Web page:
The openness of research information became such a critical issue that most commercial scientific publishers removed the paywalls from research related to coronavirus research. During the year, researchers shared covid-19 research data with others and collaborated widely (see e.g. the report How COVID-19 is Changing Research Culture). As a result of the intensified collaboration, the pre-print publishing culture, in which research results are distributed for the research community before the actual peer review, became more widely known. Accelerated scientific communication – and the high demand for coronavirus research – also had its downsides when incomplete or erroneous research had to be withdrawn.

”[T]he changes that have been going on in scholarly communication are being accelerated in areas around COVID-19 research. Open Access models, rapid peer review, preprints and next generation search technologies are all playing a role in accentuated ways as a part of this extreme situation. COVID-19 is, in some sense, a natural experiment: A microcosm that allows us to see the future of scholarly communication.”
– How COVID-19 is Changing Research Culture (2020)

The year of the pandemic with its lockdowns and restrictions also raised the question of the information behind the decision-making. In May, Open Knowledge Finland (OKF) submitted a Freedom of Information request to the Finnish Institute for Health and Welfare (THL) on the source codes for epidemic calculations. However, it was denied, arguing that openness is ”detrimental to the proper evaluation of research results”. According to OKF, THL’s decision was contrary to the government’s own resolution on the openness of information. The FOI process continued in December, when the OKF sent a more detailed request on the source code of the latest epidemic calculations.

Scientific information vanishes – self-archiving preserves it

The vanished scientific journals made headlines in the autumn in several media, from Nature and Science to Tekniikan Maailma ja Kaleva. In their study Open is not forever: a study of vanished open access journals, researchers Mikael Laakso, Lisa Matthias and Najko Jahn identified 176 open access journals that had disappeared from the web between 2000–2019. In addition, there was nearly inactive 900 journals with a high risk of vanishing. Even in the curated DOAJ database, only a third of OA journals have taken care of the preservation – for example, by utilizing international services (Portico, LOCKSS, CLOCKSS, PKP PN).

Helda on Helsingin yliopiston kirjaston ylläpitämä julkaisuarkisto, joka säilyttää ja levittää HY-tutkijoiden avoimia julkaisuja.

The study dealt with OA journals, but the problem of vanishing journals concerns more broadly the research published in the web, including subscription journals. However, there is one simple way within the researcher’s reach to ensure the preservation of her or his own research: self-archiving, also known as green open access. The importance of self-archiving from preservation’s point of view was also highlighted in the blog article Why is it important to self-archive OA publications also? – and later, the role of the green open access from the perspective of disseminating research was also discussed: Visibility of publications on the web is enhanced by harvesting of repositories. Experts from the University of Oulu Library also addressed the same issues in their response in the newspaper Kaleva:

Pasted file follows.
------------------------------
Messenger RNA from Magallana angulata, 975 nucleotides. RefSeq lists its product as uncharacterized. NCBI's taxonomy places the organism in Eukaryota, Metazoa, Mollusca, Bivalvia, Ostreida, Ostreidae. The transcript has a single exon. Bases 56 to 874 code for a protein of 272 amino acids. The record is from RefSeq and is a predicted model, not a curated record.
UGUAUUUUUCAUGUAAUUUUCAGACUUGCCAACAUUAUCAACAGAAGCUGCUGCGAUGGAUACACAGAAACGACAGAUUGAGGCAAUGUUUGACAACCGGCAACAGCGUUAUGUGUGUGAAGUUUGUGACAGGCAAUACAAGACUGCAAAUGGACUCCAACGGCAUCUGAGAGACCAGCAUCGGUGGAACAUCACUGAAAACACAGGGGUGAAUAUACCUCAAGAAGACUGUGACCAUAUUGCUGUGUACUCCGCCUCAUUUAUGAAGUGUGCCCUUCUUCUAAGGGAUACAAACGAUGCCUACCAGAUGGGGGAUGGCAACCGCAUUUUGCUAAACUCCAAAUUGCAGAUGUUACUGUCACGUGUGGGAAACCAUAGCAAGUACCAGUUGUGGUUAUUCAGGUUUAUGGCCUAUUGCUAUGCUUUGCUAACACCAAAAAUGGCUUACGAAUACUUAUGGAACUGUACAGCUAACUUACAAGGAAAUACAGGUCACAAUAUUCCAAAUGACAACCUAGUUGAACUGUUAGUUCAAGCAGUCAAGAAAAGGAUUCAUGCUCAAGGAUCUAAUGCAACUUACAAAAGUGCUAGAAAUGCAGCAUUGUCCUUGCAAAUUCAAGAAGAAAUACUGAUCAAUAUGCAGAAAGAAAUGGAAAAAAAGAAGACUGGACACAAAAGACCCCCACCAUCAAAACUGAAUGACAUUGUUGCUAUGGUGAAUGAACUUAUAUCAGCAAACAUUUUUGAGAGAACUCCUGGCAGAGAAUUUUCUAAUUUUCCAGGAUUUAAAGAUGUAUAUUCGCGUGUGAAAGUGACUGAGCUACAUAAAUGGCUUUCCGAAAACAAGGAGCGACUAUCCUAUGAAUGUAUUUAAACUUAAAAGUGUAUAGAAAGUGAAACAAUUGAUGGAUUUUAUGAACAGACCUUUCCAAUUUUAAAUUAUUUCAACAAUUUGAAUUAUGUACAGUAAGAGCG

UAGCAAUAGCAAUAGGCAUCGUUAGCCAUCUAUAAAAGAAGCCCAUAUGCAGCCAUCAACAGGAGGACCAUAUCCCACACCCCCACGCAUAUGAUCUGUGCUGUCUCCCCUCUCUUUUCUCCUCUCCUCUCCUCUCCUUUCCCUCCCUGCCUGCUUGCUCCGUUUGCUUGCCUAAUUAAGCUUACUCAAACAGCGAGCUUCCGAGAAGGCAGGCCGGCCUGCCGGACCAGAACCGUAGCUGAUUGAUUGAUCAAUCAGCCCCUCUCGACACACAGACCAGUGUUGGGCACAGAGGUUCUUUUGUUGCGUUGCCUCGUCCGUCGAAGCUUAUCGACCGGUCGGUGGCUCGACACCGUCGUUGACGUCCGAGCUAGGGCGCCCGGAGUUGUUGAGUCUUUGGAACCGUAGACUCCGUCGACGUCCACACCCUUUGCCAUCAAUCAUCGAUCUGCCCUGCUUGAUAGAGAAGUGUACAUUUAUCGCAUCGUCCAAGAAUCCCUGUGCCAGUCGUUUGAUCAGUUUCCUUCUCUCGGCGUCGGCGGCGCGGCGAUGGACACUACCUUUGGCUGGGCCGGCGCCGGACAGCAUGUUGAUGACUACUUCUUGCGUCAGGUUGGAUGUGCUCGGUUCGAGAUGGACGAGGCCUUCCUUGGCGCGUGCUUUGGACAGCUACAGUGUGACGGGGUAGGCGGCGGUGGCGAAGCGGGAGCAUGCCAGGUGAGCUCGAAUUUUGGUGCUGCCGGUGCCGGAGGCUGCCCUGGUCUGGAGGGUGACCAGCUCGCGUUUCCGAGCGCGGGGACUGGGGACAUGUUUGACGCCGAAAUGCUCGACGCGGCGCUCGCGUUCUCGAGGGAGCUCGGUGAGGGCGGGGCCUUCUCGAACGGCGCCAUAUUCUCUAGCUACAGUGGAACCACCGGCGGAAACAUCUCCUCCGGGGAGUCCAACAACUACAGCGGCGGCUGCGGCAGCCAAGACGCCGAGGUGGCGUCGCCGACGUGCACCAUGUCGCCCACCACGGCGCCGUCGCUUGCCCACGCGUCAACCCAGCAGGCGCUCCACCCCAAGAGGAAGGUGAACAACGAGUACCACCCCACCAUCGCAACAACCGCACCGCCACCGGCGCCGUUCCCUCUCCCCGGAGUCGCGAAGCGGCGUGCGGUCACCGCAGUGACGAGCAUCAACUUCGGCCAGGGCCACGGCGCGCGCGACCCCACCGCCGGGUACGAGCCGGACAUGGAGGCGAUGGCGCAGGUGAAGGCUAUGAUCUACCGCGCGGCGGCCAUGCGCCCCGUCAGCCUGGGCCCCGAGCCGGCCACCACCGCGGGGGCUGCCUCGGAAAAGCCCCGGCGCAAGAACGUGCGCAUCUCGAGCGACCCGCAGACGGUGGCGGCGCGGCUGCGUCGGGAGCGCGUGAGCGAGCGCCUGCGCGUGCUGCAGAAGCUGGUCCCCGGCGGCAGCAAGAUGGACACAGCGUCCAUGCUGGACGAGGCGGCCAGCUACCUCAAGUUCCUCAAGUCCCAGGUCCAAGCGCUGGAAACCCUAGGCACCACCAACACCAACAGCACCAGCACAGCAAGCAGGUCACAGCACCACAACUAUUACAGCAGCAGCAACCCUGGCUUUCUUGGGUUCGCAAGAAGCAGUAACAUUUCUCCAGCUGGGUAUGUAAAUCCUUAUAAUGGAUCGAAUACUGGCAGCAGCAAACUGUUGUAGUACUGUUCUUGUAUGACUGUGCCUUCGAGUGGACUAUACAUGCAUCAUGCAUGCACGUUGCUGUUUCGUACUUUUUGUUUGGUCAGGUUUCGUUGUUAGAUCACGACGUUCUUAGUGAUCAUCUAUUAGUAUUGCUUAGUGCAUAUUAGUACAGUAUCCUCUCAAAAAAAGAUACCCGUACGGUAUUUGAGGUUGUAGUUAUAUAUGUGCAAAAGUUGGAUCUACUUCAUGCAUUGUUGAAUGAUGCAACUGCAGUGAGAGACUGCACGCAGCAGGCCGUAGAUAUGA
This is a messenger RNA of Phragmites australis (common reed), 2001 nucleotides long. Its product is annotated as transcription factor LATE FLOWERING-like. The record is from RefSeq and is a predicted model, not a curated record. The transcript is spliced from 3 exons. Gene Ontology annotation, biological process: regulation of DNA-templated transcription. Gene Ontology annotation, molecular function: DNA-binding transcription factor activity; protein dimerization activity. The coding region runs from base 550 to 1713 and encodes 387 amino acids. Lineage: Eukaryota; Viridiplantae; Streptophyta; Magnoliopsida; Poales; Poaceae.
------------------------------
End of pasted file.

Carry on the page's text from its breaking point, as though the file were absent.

”Open publishing of research publications is, in fact, the best possible way to guarantee the availability and long-term preservation of research – as long as the author only remembers to self-archive her or his publications in an open digital publication archive. According to the Program of Responsible Research of the University of Oulu, the university requires the self-archiving of publications in the university’s open Jultika repository. A responsible researcher makes sure that her or his article is self-archived in the institutional repository, but the articles may also be stored in international repositories. In doing so, the researcher is also taking care of the distribution of her or his articles through the search engines and services that harvest these open repositories.”

At the University of Helsinki, self-archiving is guided by the Principles of Open Publishing: ”All scientific publications produced at the University are self-archived into the University’s publication archive HELDA.”